Stephen Pullen, creative director, Young Euro RSCG
The role surrealism plays in today's advertising is much the same as the one it has always played; being one of the areas that creatives find inspiration in for crafting advertising that stands out from the pack. We remember that which is unusual and outside our normal frames of reference. So a real life dog that can say "sausages" lingers in some trivial corner of your consiousness as a man in a gorilla suit playing Phil Collins.
For surrealism to be effective in a commercial context though it really should be anchored to a product truth. Whether a drumming gorilla or dancing eyebrows truly represent the ‘joy' of eating a bar of Cadburys is debatable. Extremely memorable, highly entertaining, but a more tenuous connection to any real product truth, it seems to have done little to persuade more chocolate lovers to choose Dairy Milk over Galaxy.
Two other points about the relevance of Surrealism in the current economic pit of despair. One is that surrealism provides an outlet for much needed escapism. Nostalgia can be the easy creative sell on this one, but surrealism offers us a myriad of directions with none called ‘backwards'.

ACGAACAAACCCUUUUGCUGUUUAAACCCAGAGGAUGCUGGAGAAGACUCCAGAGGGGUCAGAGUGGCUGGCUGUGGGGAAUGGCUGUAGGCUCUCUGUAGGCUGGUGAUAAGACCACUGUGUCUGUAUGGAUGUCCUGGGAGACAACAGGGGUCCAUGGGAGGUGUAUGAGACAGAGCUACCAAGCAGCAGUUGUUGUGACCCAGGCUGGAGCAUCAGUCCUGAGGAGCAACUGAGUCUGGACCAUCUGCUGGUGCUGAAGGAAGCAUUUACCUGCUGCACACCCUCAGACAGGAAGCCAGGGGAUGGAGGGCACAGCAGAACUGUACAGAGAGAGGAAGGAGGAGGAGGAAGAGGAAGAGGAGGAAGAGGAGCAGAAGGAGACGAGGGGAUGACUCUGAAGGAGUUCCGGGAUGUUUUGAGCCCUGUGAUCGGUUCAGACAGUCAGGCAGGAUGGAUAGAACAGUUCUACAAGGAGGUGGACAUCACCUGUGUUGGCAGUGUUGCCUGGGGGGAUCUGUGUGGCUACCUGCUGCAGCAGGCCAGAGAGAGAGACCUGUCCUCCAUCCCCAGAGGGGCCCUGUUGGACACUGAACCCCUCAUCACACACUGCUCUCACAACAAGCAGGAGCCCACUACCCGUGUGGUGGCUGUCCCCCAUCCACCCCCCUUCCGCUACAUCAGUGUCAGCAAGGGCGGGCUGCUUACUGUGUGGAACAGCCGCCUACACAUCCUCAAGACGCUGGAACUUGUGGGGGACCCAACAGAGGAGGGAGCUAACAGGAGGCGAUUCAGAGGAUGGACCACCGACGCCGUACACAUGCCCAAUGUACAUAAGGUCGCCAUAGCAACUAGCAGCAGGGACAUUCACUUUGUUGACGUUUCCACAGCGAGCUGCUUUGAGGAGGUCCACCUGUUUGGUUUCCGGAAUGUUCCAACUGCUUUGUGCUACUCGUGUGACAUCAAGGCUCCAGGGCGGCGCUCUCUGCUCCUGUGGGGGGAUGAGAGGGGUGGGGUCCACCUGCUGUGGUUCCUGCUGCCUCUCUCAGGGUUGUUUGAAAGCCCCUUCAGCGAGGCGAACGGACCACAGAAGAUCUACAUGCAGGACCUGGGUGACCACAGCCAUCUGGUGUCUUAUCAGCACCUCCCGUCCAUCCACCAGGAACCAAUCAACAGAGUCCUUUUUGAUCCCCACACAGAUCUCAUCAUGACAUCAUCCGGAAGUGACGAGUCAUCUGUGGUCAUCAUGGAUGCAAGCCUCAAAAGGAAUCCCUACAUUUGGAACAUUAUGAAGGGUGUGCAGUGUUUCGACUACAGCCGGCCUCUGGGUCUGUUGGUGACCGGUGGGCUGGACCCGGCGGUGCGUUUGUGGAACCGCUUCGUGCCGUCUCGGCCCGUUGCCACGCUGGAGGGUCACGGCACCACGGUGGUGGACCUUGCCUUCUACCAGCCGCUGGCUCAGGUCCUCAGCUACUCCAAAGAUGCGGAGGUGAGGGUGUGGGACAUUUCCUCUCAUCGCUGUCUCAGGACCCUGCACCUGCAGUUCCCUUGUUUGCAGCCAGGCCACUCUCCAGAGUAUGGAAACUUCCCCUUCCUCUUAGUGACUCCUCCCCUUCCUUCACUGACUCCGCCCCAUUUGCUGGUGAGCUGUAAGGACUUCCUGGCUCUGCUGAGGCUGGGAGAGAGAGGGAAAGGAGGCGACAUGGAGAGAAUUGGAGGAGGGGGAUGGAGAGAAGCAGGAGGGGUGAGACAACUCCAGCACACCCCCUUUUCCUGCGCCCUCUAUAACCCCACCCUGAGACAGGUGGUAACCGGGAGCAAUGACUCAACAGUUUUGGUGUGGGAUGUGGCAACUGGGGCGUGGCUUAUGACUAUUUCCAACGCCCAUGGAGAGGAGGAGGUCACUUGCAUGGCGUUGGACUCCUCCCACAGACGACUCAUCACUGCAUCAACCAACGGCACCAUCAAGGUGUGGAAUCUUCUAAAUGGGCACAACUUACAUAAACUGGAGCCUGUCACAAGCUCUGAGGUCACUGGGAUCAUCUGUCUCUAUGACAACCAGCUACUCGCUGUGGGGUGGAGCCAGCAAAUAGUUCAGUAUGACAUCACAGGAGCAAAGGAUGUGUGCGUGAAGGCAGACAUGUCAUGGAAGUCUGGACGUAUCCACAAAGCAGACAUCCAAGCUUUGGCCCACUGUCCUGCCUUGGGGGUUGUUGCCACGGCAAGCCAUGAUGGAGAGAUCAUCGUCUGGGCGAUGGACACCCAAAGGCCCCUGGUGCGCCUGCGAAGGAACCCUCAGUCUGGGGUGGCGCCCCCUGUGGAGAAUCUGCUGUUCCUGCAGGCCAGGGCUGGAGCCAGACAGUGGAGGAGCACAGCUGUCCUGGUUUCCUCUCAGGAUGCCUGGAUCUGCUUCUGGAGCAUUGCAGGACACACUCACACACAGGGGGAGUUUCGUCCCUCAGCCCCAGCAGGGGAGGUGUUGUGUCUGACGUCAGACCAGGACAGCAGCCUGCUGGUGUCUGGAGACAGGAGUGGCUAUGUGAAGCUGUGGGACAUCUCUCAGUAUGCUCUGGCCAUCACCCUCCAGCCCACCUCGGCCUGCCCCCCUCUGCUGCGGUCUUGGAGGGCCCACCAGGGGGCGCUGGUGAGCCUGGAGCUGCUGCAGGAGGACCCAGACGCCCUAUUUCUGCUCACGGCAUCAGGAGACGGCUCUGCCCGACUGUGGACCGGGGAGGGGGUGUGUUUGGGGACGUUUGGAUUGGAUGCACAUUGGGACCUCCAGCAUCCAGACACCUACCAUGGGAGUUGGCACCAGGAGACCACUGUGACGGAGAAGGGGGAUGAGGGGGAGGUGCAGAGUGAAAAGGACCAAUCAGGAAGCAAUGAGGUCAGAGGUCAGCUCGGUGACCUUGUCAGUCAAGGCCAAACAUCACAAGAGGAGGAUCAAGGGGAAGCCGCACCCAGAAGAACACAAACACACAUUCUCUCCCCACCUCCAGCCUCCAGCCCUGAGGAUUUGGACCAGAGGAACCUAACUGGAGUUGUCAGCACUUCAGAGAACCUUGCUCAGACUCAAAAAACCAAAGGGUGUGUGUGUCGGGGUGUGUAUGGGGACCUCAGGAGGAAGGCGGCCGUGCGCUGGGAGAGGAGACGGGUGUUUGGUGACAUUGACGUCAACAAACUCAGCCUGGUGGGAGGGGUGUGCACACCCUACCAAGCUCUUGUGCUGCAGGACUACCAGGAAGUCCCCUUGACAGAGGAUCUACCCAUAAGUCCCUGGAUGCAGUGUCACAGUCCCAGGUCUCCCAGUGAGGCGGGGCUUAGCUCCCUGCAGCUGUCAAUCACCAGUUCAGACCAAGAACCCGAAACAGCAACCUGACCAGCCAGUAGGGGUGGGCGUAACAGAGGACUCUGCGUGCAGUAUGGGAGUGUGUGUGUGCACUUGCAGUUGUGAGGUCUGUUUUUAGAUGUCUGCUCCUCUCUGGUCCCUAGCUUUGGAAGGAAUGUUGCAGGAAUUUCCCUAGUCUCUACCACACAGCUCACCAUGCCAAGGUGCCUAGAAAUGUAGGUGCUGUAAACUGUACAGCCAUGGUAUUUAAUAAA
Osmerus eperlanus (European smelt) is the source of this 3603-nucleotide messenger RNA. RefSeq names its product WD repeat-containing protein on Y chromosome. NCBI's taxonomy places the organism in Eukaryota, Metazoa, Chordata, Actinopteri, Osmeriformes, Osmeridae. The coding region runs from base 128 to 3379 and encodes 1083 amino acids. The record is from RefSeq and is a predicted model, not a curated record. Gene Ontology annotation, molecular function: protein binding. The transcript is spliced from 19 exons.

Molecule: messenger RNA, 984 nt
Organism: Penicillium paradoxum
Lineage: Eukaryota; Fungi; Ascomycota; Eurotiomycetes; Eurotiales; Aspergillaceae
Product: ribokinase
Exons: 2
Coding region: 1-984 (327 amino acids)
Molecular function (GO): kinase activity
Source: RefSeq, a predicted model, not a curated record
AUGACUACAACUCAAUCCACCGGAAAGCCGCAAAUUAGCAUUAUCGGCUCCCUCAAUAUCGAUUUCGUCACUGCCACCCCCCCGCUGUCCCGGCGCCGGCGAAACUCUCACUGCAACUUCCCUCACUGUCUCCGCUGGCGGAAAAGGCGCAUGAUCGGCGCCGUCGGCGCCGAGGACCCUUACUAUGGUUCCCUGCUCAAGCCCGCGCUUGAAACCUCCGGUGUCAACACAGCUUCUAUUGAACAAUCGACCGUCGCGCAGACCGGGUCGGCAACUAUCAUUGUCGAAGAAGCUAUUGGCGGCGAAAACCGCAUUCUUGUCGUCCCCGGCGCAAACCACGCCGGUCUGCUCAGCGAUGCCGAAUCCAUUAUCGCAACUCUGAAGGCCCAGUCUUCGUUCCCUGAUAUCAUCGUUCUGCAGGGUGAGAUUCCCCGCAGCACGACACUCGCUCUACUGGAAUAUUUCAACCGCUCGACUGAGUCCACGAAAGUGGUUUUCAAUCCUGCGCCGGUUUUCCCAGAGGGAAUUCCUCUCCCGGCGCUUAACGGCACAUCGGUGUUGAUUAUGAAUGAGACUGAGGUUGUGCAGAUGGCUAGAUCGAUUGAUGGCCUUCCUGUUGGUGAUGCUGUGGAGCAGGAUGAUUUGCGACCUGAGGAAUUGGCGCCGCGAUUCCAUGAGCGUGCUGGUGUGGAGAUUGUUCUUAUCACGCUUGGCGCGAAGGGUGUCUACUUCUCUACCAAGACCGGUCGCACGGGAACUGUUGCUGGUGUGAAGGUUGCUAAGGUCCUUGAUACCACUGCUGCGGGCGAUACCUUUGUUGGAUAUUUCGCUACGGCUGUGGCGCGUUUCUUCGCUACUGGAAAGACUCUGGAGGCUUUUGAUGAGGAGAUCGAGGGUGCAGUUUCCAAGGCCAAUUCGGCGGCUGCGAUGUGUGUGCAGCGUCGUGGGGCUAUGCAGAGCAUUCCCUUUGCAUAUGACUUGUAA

The other more pragmatic factor is that historically, from Tony Kaye's Dunlop epic to the legendary Guinness surfers riding their white horses, surreal has a tendency to cost.
It relies on post production and CGI. What will be interesting is how many of us can rise to the challenge of exploring this off centre world armed with good ideas rather than big budgets.
DONALO'DEA, CREATIVE DIRECTOR, OWENS DDB
When surreal ads are done well they are highly effective. When they're not, they're truly awful. Good surreal ads get talked about. In today's world of mass media, new media and social media it's more important than ever to achieve 'remarkability'. Good surreal ads get talked about and word of mouth is the best form of advertising.
Is its use in advertising the work of lazy creatives or a genuine way of getting a message across? Lazy creatives feed back the work that clients expect,without ever challenging those expectations.
A lazy creative doesn't think about how their audience is going to consume their communication. They don't take into account the fact that the average consumer will see up to 3,000 advertising messages every day, most of which they will subconsciously block out.
An effective surreal ad will deliver the message in an entertaining manner with plenty of cut-through, making it a highly effective way of reaching an audience. Lazy creatives know that a surreal ad that does the job is an extremely difficult thing to deliver.